The International Archives of the Photogrammetry, Remote Sensing and Spatial Information Sciences
Publications Copernicus
Articles | Volume XLII-3/W3
Int. Arch. Photogramm. Remote Sens. Spatial Inf. Sci., XLII-3/W3, 137–141, 2017
Int. Arch. Photogramm. Remote Sens. Spatial Inf. Sci., XLII-3/W3, 137–141, 2017
19 Oct 2017
19 Oct 2017


R. Näsi1, N. Viljanen1, J. Kaivosoja2, T. Hakala1, M. Pandžić1, L. Markelin1, and E. Honkavaara1 R. Näsi et al.
  • 1Finnish Geospatial Research Insitute, Geodeetinrinne 2, 02430 Masala, Finland
  • 2Natural Resources Institute Finland (LUKE), Vakolantie 55, 03400 Vihti, Finland

Keywords: Hyperspectral, Photogrammetry, Canopy Height model, Calibration, Validation, drone, UAV, Biomass estimation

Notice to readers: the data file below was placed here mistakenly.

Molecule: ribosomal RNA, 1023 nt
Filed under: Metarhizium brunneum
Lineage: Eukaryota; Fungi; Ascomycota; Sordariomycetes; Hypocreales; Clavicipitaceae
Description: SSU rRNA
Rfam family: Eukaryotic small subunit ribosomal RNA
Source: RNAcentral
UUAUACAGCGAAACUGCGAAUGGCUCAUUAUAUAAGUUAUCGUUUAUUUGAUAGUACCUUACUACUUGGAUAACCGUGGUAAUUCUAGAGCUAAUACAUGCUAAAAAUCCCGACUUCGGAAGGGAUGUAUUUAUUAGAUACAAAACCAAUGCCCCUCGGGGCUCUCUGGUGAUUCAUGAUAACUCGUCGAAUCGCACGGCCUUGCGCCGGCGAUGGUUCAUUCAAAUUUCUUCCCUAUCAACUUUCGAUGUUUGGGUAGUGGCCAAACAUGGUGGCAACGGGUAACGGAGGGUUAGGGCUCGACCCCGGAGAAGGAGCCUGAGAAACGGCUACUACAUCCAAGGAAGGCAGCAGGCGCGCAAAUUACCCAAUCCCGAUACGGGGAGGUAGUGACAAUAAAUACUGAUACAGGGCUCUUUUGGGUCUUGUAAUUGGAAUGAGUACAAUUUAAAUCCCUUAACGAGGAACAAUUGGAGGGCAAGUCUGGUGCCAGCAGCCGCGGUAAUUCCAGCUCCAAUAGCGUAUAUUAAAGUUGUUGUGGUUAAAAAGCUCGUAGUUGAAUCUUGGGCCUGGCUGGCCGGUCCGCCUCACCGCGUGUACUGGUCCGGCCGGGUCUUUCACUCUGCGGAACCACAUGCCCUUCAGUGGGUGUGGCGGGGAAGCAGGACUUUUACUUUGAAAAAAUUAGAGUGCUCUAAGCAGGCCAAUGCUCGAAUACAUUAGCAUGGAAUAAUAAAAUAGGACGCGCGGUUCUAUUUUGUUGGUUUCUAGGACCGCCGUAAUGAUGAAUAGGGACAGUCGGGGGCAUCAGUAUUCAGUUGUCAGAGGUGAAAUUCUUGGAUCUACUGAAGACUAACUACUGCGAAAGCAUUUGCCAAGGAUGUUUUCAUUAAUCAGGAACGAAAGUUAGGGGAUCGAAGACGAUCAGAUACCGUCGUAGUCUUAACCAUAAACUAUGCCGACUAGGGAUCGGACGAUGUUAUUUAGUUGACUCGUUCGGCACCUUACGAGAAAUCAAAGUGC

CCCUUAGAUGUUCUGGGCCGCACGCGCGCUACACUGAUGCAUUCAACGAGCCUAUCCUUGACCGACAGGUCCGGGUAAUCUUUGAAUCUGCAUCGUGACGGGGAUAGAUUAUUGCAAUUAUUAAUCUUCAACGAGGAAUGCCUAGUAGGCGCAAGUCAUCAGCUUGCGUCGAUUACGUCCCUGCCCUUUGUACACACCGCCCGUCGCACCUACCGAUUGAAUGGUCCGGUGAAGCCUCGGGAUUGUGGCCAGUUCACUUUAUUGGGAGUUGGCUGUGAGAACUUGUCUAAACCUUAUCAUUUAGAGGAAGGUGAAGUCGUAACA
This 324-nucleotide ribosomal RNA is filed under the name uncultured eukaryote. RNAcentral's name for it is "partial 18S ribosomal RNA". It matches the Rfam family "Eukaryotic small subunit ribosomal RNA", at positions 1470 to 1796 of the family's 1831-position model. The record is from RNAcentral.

Abstract. Multispectral and hyperspectral imaging is usually acquired by satellite and aircraft platforms. Recently, miniaturized hyperspectral 2D frame cameras have showed great potential to precise agriculture estimations and they are feasible to combine with lightweight platforms, such as drones. Drone platform is a flexible tool for remote sensing applications with environment and agriculture. The assessment and comparison of different platforms such as satellite, aircraft and drones with different sensors, such as hyperspectral and RGB cameras is an important task in order to understand the potential of the data provided by these equipment and to select the most appropriate according to the user applications and requirements. In this context, open and permanent test fields are very significant and helpful experimental environment, since they provide a comparative data for different platforms, sensors and users, allowing multi-temporal analyses as well. Objective of this work was to investigate the feasibility of an open permanent test field in context of precision agriculture. Satellite (Sentinel-2), aircraft and drones with hyperspectral and RGB cameras were assessed in this study to estimate biomass, using linear regression models and in-situ samples. Spectral data and 3D information were used and compared in different combinations to investigate the quality of the models. The biomass estimation accuracies using linear regression models were better than 90 % for the drone based datasets. The results showed that the use of spectral and 3D features together improved the estimation model. However, estimation of nitrogen content was less accurate with the evaluated remote sensing sensors. The open and permanent test field showed to be suitable to provide an accurate and reliable reference data for the commercial users and farmers.